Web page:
Positives: the course is online, so its easy to access. you work from the comfort of your home, library, or wherever you chose to be away from distractions, such as other students in tutorials & lectures.
Negatives: its hard if you feel the need to speak to a lecturer, as you cant talk in person, but only through email, and on rare occasion by phone. everything is online, so you miss out on the famous ""university experience"" of campus life and all that.
My advice to future students is: university is much more independent and harder than high school, take your study seriously. this is your future career. many people choose to pay for university through hecs, so choose something you wouldnt mind having debt for thats taken out of your earnings.
Positives: One of the best things about the course was the flexibility that it offered. I opted to study remotely via Open Universities, which allowed me to work full-time whilst studying, rather than having to work in part-time employment around scheduled classes.
I was able to complete the degree, which usually takes three years to complete, in just one year.
Negatives: I do not think that the course was particularly useful or worth the $20,000 I paid to study it in terms of employment prospects. I did not think that good industry contacts were provided, nor did the content reflect the current state of today's media industry.
I went on to secure my own employment at a local newspaper (as the university was unsuccessful in providing me with any kind of support in securing employment or an internship). When I started work at the paper, I learned that a lot of the information I was taught in the course (for example, style) was completely inaccurate compared to what is expected in the real world.
Although some of the units were somewhat hands-on and practical, there were a lot that were mandatory and yet completely irrelevant to the communications industry.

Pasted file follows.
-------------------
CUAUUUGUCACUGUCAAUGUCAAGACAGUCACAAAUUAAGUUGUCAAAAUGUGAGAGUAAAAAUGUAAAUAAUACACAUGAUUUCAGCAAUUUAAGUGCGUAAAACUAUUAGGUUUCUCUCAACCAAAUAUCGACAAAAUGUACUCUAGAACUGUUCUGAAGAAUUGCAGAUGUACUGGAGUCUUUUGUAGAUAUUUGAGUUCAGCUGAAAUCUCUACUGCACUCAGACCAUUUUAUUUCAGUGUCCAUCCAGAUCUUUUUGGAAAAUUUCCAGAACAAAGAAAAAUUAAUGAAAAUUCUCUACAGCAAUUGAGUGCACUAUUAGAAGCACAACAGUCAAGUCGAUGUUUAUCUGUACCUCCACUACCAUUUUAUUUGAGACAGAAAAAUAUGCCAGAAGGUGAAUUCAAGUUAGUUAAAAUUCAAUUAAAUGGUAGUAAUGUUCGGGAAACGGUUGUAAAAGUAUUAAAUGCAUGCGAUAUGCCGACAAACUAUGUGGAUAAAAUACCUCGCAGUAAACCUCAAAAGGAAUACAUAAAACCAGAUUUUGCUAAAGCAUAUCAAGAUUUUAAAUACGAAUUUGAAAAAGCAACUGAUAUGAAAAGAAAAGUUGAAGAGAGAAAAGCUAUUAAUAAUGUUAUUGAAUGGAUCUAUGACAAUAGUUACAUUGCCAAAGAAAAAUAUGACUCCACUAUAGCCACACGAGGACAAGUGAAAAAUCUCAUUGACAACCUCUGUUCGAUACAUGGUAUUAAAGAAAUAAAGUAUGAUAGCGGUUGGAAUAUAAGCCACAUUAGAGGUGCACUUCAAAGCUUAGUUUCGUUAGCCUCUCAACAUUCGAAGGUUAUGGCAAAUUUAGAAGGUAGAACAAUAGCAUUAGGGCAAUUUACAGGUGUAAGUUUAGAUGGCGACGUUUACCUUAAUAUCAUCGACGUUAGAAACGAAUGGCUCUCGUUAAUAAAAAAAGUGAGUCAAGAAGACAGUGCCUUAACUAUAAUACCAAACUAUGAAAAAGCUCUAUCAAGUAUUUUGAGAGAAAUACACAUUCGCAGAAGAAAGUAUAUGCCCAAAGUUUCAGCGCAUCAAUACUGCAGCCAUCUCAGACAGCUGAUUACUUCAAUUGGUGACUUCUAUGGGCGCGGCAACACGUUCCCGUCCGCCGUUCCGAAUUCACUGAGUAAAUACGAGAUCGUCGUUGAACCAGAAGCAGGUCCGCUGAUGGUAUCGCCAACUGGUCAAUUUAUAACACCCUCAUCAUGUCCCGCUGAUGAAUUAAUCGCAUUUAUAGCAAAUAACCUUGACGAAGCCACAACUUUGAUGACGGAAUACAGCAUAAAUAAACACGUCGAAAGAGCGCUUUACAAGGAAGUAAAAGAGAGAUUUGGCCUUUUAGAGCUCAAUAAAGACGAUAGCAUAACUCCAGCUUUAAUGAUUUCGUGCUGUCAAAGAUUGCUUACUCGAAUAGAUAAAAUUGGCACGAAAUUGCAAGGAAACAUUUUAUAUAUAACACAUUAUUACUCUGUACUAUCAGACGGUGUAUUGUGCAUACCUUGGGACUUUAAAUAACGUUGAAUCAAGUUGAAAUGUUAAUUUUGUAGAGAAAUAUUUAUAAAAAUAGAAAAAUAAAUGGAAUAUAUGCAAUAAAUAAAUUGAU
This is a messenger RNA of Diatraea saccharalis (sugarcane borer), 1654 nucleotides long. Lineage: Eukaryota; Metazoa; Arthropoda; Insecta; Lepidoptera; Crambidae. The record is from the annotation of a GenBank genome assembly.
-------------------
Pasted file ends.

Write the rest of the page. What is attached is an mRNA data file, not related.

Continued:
My advice to future students is: I would probably suggest that future students consider bypassing the degree and aiming to get into journalism by securing a work experience or internship placement first, and getting into full-time employment that way.
Positives: The tutorials are especially helpful and provide a friendly environment to learn in
Negatives: Schedule times and lectures that drag too much into detail rather than moving on
My advice to future students is: Get ahead of your lecture slides and assignments to compensate for lost time in lectures
I did this course when it was a Bachelor of Communication.
Positives: The course allowed for a lot of creativity and a variety of majors + minors to choose from which was a great benefit to someone like me who is creative and didn't want to be limited to one style of course throughout the entire degree. The course assessments were mostly projects, or verbal/written assignments - there were very few exams which was a plus. As my major was Screen Studies and Production, and my minor was Digital Communications, I got to study all aspects of film & television production, as well as learn about new media and how to distribute the content we were producing. There was a good balance between group and solo projects.
Negatives: The negative aspects of the course was that it did not necessarily plan or inform students for the future. Of course this is not the fault of the University, as the media industry is ever-growing and ever-changing, especially right now, so it is Griffith's responsibility to update and refresh each course on a yearly basis to ensure information is up-to-date. I did find a few teachers in the course were not necessarily the best - they were hired due to their success in their field, but a successful career does not necessarily make for a successful teacher.